The 1400 facility was transferred to new owners and became WRIG, and WSAU settled in for a long and successful life on 550, initially with 5 kW day and night and more recently with 15 kW days, 20 kW nights. The fifth tower here was built in 2003 to allow for the daytime power increase. (WSAU had been nondirectional during the day until the power increase.)

We head back up to downtown Wausau via Grand Avenue, which carries US 51 in from the south. At 1908 Grand is the newish-looking (or at least very recently renovated) WAOW studio, while the studios of WSAW-TV (which changed calls from WSAU-TV after a 1981 sale) are at 1114 Grand.

Northeast of downtown on Wausau Avenue, we find the tower and studio of sports talker WXCO (1230), along with the studios of sister station WLRK (107.9), which would be sold off separately a few months later. Just north of downtown, on Third Street, we find the studios of Fox affiliate WFXS (Channel 55, licensed to nearby Wittenberg) in front of an enormous warehouse building. (The "Fox 55" sign alone looks to be about eight feet tall!)

We finish off the evening in downtown Wausau, which is a most pleasant surprise. This small city (about 38,000 people) has retained a most vibrant downtown core, with shops, restaurants, and lots of people out and about on this warm summer's evening. (Just as on the previous Friday night in Duluth, there's a big blues festival in town, which may explain some of the crowds.)

We drive by the Midwest Communications studios on Scott Street, home to WSAU, WRIG, WIFC, WDEZ and oldies simulcast WOFM (94.7 Mosinee)/WIZD (99.9 Rudolph), and then set out to find a Wausau icon, the train station that graced the hometown insurance company's advertising for so many years. Right alongside the Scott Street bridge, on the banks of the Wisconsin River, we find the old Chicago and Northwestern station, take some pictures, and call it a night.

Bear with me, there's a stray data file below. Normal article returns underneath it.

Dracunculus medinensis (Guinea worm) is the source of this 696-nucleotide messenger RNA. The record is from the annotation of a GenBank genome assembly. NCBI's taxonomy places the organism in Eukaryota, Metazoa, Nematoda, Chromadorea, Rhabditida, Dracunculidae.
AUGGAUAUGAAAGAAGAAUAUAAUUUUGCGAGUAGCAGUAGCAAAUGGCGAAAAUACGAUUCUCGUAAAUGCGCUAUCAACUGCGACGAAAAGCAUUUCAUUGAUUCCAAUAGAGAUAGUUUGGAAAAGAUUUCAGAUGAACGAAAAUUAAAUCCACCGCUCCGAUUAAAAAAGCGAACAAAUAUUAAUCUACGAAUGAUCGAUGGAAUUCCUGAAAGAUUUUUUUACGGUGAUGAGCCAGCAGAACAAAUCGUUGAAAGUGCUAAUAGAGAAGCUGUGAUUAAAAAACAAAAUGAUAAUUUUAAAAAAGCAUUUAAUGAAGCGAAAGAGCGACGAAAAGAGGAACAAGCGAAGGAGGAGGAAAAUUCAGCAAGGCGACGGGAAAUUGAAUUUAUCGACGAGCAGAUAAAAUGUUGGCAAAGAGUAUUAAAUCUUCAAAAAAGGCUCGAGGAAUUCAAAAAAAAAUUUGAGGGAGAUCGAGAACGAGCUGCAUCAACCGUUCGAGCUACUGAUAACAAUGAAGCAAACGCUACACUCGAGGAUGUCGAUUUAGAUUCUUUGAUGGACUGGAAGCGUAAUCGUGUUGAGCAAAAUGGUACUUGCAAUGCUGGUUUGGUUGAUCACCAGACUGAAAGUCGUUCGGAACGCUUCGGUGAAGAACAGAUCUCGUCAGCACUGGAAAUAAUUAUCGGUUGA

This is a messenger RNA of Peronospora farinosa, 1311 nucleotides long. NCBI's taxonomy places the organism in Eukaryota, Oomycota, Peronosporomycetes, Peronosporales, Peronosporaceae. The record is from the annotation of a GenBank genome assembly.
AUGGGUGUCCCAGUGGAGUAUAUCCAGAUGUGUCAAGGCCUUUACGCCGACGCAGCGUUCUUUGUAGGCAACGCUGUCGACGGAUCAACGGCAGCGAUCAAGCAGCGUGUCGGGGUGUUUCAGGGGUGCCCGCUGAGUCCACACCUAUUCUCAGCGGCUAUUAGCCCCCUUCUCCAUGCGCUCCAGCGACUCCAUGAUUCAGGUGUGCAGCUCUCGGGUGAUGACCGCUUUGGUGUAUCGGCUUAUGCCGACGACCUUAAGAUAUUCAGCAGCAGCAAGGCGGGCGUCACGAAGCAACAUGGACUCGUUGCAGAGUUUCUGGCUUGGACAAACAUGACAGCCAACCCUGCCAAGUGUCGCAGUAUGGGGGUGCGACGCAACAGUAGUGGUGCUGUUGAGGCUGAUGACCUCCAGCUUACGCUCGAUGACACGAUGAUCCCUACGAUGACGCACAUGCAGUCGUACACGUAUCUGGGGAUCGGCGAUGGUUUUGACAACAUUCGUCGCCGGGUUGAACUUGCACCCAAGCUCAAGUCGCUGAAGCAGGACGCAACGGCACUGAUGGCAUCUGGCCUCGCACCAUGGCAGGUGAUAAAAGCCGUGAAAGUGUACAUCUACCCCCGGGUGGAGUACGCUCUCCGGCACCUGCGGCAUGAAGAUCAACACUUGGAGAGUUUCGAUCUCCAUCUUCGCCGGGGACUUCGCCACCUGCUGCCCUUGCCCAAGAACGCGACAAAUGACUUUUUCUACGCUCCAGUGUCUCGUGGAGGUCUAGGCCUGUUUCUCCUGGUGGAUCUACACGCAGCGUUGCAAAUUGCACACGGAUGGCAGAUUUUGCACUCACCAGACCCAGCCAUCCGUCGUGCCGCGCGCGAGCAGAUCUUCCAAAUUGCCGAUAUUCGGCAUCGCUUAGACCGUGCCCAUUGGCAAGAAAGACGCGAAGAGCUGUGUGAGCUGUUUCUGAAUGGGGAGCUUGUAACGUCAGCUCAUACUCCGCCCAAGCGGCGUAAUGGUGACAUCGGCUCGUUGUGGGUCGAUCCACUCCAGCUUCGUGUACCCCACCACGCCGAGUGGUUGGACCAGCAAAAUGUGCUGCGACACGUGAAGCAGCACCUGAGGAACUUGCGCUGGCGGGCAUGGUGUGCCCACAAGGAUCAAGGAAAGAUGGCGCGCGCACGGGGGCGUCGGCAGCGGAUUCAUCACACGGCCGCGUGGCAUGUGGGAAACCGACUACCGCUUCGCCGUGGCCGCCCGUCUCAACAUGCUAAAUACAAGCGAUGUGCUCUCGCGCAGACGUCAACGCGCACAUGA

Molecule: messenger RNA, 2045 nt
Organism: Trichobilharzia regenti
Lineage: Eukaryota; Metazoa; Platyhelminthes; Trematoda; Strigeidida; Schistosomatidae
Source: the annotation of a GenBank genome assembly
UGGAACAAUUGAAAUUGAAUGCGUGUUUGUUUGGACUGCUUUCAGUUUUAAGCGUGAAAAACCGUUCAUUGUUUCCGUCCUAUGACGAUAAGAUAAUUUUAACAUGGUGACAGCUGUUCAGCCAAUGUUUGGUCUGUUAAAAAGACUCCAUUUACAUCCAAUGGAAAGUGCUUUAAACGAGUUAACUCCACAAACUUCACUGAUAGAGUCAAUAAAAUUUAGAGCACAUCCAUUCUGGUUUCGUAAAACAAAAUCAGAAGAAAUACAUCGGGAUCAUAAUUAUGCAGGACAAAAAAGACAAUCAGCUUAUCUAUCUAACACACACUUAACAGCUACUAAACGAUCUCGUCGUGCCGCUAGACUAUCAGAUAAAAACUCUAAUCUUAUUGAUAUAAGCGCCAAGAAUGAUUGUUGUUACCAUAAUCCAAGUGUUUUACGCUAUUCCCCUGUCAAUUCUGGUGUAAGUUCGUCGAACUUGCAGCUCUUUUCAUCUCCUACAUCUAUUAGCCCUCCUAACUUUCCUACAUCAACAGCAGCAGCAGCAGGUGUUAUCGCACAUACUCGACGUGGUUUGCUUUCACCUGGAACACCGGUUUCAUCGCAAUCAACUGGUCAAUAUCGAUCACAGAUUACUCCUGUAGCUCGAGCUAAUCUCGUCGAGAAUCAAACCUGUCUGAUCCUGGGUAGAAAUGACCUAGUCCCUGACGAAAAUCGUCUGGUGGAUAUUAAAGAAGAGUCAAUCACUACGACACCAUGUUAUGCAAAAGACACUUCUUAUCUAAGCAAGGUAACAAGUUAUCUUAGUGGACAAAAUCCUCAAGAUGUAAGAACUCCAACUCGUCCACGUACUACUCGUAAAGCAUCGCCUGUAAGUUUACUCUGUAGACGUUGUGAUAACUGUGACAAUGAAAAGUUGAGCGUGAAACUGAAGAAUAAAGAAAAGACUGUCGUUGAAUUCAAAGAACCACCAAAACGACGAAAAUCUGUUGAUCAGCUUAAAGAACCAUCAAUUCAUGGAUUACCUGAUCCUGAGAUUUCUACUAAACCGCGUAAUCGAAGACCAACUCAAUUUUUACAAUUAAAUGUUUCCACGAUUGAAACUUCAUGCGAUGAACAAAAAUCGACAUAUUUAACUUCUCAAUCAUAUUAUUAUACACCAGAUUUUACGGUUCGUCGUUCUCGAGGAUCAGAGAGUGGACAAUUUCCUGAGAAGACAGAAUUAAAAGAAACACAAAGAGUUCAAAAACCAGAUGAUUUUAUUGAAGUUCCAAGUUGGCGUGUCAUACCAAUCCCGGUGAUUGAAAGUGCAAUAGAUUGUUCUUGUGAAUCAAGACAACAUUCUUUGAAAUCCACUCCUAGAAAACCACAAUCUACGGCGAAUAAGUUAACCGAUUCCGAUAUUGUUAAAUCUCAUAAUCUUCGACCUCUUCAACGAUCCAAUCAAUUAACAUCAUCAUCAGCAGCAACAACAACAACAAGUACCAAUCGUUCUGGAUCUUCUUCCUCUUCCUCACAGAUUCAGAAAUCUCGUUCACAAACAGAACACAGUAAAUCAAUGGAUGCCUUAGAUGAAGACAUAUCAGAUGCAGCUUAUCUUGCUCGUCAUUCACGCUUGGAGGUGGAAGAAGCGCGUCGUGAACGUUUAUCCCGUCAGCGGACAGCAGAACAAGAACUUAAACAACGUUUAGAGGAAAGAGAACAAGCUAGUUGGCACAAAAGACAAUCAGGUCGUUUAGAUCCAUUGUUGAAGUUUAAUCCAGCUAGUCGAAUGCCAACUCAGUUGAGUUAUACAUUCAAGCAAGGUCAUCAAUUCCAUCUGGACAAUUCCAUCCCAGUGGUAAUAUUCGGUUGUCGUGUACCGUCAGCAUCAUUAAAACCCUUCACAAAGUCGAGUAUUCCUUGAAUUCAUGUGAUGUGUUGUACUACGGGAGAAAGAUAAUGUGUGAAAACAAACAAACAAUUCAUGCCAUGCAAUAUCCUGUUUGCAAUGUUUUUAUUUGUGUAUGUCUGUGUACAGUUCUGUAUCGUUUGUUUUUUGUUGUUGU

But the next morning, we discover that Wausau in fact had multiple train stations - and while the view of the Wausau skyline used in the ads was the view from the C&NW station, the building itself was actually the Milwaukee Road station, on the east side of downtown. But before we can get there the next morning, we stop at yet another Wausau train station, shown below at left. This one's a replica, built a few years back by Wausau Insurance as a conference center on their office park campus in the hills west of Wausau, complete with a very short section of train track running from nowhere to nowhere in front of the building.

Enough of that - back to radio we go, even as we head south out of town on I-39. Remember WRIG, the station that replaced WSAU on 1400 in the fifties? After many years on 1400, WRIG moved down the dial to 1390 in the late eighties, changing its city of license to suburban Schofield and building a five-tower array right alongside I-39. It now runs 5 kW day and night, using the four in-line towers at night and two towers by day, with a CP to go to 10 kW days, 7200 watts at night.

Thirty miles south of Wausau, we make a stop in Stevens Point to see the tower of WSPT (1010)/WSPT-FM (97.9) and the WSPT studio building, right on US 51 (Division Street) on the north side of town - and from there, it's off to the annual DX Get-Together down in Madison, and then to our very last stop on the Big Trip, in La Crosse. Join us next week for the exciting conclusion!

Thanks to Brian Davis, Steve Brown and Erik Barklow at Woodward Communications for the tours!